“Obvious That She’s Very Able-Bodied”– Again, based on the surface facts of the ability to do yard work, etc., this does not strike us as necessarily way off base. But, even then, this activity is not necessarily inconsistent with receiving disability benefits, because the question in a disability case is not what a person can do intermittently; rather, the question is whether the individual can work “8 hours a day, 5 days a week…on a regular and continuous basis.” In other words, as anyone would agree, making oneself a meal, driving a car, or cleaning one’s apartment is not the same type of activity as being a cook, a taxi driver or a janitor for a living. Does the author observe her after she works in the yard? It’s not uncommon for individuals that live with chronic pain to have the ability to do manual labor for short periods of time. Often, the pain does not set in until hours later and they often pay the price for the physical work with increased pain, and a need for bed rest, potent pain medications and lots of heat and ice, etc.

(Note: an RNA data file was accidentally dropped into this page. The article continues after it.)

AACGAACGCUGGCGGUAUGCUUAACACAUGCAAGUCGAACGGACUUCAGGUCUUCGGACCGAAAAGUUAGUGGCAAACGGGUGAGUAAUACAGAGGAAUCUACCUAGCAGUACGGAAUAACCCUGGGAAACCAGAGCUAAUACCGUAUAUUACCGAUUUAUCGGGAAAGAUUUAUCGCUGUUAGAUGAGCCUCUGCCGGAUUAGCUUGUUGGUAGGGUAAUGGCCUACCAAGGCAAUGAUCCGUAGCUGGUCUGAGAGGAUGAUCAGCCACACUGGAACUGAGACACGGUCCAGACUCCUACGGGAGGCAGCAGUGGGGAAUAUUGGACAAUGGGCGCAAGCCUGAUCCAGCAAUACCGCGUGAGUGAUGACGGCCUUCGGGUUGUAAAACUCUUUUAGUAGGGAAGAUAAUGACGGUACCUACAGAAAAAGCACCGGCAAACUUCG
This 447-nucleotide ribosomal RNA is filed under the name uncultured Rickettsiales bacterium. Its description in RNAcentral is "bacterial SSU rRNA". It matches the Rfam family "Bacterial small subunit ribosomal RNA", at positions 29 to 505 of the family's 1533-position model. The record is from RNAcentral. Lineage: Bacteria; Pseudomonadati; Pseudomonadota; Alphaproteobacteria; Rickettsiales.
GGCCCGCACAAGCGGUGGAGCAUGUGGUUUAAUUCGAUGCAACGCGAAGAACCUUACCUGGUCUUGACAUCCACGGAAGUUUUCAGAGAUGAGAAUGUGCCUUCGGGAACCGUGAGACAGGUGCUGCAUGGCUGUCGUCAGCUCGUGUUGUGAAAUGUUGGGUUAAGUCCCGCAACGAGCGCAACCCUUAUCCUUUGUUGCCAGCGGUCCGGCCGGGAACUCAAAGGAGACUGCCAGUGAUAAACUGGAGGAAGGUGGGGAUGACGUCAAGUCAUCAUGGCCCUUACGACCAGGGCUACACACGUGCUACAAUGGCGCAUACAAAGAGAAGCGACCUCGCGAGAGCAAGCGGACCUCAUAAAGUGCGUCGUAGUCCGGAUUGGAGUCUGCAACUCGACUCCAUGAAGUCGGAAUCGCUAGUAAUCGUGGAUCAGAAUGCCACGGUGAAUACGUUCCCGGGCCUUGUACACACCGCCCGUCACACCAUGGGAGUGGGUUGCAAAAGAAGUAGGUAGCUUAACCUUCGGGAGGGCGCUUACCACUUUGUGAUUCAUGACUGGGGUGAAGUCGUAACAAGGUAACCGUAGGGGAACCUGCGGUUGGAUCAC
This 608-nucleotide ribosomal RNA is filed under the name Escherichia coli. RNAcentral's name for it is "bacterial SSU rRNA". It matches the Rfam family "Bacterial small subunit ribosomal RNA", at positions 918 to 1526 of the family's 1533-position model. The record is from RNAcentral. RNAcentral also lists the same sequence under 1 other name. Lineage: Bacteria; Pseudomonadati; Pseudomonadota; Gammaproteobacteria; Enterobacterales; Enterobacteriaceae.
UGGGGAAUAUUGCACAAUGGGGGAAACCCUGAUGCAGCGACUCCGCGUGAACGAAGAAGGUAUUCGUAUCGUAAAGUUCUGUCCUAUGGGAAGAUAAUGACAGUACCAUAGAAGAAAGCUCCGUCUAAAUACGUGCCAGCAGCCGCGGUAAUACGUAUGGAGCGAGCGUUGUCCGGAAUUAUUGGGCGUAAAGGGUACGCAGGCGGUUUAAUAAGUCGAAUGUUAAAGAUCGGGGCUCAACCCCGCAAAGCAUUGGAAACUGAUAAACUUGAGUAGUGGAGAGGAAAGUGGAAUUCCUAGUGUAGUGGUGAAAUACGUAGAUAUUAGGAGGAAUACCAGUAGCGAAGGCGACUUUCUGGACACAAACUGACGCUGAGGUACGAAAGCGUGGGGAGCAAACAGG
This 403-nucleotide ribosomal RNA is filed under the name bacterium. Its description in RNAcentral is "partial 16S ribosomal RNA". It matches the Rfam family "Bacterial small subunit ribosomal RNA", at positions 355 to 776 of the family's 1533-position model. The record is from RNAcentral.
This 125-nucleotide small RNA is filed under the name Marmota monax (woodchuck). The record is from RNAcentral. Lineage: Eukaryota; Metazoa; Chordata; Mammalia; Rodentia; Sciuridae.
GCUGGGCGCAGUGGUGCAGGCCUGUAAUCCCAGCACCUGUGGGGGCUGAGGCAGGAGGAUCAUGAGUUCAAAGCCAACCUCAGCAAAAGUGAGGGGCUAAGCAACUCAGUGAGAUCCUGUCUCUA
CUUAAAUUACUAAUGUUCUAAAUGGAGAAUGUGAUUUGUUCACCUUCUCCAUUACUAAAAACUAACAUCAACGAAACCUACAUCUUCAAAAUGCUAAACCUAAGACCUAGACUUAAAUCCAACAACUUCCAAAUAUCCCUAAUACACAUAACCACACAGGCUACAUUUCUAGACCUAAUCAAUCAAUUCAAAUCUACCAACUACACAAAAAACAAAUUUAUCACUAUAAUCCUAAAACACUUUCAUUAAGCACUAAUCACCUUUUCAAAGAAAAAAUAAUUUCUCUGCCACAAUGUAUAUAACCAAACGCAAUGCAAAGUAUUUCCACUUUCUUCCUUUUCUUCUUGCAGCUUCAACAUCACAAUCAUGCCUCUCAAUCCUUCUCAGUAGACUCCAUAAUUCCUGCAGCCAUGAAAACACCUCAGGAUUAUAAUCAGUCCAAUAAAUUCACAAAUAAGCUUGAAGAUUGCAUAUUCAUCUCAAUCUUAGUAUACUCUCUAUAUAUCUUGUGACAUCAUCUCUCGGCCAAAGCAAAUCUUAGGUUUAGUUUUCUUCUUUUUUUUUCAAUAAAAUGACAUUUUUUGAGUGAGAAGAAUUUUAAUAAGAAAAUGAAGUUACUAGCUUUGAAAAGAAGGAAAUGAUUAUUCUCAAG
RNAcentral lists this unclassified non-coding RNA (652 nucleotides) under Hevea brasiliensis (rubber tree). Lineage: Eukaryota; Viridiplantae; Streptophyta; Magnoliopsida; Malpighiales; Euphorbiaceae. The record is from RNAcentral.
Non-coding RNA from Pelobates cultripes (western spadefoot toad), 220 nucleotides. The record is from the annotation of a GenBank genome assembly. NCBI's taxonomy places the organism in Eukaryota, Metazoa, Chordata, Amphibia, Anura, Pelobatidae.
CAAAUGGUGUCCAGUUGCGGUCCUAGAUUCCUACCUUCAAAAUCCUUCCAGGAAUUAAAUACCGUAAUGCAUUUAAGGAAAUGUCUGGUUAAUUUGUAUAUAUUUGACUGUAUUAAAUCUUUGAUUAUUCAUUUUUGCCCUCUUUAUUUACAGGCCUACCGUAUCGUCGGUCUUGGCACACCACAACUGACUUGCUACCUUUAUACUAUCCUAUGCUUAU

“My Tax Dollars” – Social Security disability benefits (SSD) are not welfare or an entitlement program and with all due respect to the author is not “her money.” Working Americans pay, from their own paychecks, into the disability trust fund with FICA withholdings from their paychecks. If they have paid enough in (typically this means they have worked 5 of the last 10 years) they are insured for disability benefits and may be eligible to draw monthly benefits from the trust fund, if they meet the medical criteria. Supplement Security Income (SSI) is the other disability program administered by SSA and eligibility is based on need; not based on work history. From the information given, we do not know if the woman is drawing SSD or SSI, or any disability for that matter since this is all an assumption on the author’s part. If we assume she is drawing SSD, then it is important to understand that she contributed to her trust fund with her own FICA contributions.